“It doesn’t seem like we are changing fast enough for the pace of change we have to adjust to,” Berkley told a gathering at New York University in April. Insurance models “struggle to factor, with any precision, the probabilities that are accruing from climate change”, said Paula Jarzabkowski, an expert on risk at the University of Queensland. “I suspect that factoring climate risk into underwriting models is adding an uncertainty factor to premiums.”

Industry figures who spoke to the Financial Times identified a few reasons why the sector had fallen behind the curve.

A key issue was the one-year term of insurance policies — the question of whether to insure or reinsure a property or postcode for the coming year only — with little incentive to take a longer-term view. 

Adopting a conservative approach to climate threats also risked the loss of business or driving up capital requirements, some argued.

“The individual insurance companies look at this and say ‘there is very little advantage to us’?.?.?.?being a leader in this area,” said one insurance expert, speaking privately.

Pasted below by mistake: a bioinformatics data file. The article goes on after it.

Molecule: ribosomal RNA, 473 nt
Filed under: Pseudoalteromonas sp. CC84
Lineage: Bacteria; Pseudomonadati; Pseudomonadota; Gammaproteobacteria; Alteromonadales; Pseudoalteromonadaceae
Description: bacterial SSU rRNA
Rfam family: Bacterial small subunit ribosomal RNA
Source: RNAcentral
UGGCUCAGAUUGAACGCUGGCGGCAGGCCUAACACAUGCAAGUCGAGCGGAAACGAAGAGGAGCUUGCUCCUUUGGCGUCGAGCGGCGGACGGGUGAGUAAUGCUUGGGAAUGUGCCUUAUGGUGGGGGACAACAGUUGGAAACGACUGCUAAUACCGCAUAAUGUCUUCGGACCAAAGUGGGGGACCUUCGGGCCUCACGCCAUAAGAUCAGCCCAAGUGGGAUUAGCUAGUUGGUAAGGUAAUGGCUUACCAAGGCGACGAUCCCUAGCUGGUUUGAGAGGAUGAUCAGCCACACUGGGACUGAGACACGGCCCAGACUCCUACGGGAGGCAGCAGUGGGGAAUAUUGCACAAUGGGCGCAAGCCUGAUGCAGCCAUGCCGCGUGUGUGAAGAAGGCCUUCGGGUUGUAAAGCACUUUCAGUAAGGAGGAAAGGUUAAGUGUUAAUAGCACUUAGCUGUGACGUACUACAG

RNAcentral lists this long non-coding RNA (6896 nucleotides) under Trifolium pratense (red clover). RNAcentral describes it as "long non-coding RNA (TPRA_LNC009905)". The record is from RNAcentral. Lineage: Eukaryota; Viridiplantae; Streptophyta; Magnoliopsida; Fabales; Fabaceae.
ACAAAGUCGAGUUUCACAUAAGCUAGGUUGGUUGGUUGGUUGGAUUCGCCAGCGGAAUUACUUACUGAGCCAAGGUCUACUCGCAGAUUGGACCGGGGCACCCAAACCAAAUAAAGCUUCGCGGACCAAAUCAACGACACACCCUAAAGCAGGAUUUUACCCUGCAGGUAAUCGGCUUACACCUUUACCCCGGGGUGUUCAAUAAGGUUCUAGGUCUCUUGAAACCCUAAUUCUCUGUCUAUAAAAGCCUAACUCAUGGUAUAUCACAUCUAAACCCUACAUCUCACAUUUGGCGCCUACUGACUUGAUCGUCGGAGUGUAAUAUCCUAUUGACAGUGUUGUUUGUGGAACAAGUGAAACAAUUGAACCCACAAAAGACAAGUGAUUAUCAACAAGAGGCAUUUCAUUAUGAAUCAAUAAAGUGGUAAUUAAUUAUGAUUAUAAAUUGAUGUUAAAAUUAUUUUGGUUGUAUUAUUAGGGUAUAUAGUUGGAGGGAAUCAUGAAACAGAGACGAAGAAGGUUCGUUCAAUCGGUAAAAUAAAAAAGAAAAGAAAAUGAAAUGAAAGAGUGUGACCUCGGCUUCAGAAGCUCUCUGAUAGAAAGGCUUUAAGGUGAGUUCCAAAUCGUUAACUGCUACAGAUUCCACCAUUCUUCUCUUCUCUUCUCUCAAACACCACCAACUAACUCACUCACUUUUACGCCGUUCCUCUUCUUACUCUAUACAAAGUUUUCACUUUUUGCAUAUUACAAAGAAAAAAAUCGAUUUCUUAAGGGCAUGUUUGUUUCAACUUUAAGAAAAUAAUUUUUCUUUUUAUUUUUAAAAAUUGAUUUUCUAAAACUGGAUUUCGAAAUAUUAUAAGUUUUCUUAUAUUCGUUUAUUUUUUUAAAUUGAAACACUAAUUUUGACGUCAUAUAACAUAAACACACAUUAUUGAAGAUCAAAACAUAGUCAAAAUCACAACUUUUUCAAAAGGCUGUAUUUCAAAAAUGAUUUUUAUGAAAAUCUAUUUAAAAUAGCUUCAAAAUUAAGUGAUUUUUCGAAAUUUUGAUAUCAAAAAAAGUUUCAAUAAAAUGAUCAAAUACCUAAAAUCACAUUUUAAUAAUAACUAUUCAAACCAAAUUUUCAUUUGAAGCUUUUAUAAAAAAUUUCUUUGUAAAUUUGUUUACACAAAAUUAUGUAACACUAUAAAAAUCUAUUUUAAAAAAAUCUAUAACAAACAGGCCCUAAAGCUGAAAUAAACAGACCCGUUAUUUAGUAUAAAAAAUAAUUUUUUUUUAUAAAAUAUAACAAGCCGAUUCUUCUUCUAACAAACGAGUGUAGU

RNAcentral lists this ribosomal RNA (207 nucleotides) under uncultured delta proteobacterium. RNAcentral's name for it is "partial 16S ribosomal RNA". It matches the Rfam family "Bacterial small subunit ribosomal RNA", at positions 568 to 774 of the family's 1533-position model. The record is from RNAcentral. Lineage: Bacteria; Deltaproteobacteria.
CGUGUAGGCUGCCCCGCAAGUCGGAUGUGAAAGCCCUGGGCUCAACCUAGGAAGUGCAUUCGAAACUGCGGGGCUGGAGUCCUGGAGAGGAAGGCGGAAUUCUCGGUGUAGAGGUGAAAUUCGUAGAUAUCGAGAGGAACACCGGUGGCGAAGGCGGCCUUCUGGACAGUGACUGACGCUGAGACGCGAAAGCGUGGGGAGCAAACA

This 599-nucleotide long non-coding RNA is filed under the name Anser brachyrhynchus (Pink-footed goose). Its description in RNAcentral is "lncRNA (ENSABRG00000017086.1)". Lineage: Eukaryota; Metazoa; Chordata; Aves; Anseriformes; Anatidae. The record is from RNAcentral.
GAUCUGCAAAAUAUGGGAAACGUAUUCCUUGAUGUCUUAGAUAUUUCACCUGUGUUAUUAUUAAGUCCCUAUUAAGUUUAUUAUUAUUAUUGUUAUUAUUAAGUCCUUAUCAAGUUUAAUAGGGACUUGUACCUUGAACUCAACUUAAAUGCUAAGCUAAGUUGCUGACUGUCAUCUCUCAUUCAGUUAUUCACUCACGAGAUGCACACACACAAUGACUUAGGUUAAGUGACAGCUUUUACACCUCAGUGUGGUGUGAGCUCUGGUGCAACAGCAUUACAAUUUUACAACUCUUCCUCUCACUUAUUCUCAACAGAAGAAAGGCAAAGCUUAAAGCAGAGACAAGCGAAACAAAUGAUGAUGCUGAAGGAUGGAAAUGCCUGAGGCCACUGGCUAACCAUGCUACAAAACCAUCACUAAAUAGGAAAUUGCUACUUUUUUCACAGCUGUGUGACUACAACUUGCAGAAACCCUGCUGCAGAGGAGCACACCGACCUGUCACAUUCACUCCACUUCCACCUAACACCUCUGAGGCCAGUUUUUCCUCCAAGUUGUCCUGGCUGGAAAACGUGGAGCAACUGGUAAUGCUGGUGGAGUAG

This feeds into a second charge made by some: the risk models provided by the very biggest groups, Verisk and Moody’s RMS, were slow to reflect the effect that accelerating climate change was having on day-to-day losses.

Their priority was to gauge “peak perils”, such as hurricanes, that can cause calamitous losses that can bring the sector to its knees, rather than “secondary perils” such as wildfires and storms, which may have a lesser individual cost — until they begin to widen and cascade.

Big risk modellers reject the idea that they did not focus enough on secondary perils. Jay Guin, chief research officer for extreme event solutions at Verisk, said the company had “been offering models for secondary perils for over 20 years and has made significant investments”. 

But it was not until the 2017-18 wildfire losses in California that the whole industry began to take a “more critical look” at such events, Guin said. “We have improved most aspects of the model and have accounted for the impact of climate change.”

Executives describe an industry that is now recalibrating the threat from fires and floods. “Everyone has been surprised [by the surge in secondary perils]. It’s a fair criticism that we fell behind,” said Christian Mumenthaler, the departing chief executive of reinsurer Swiss Re.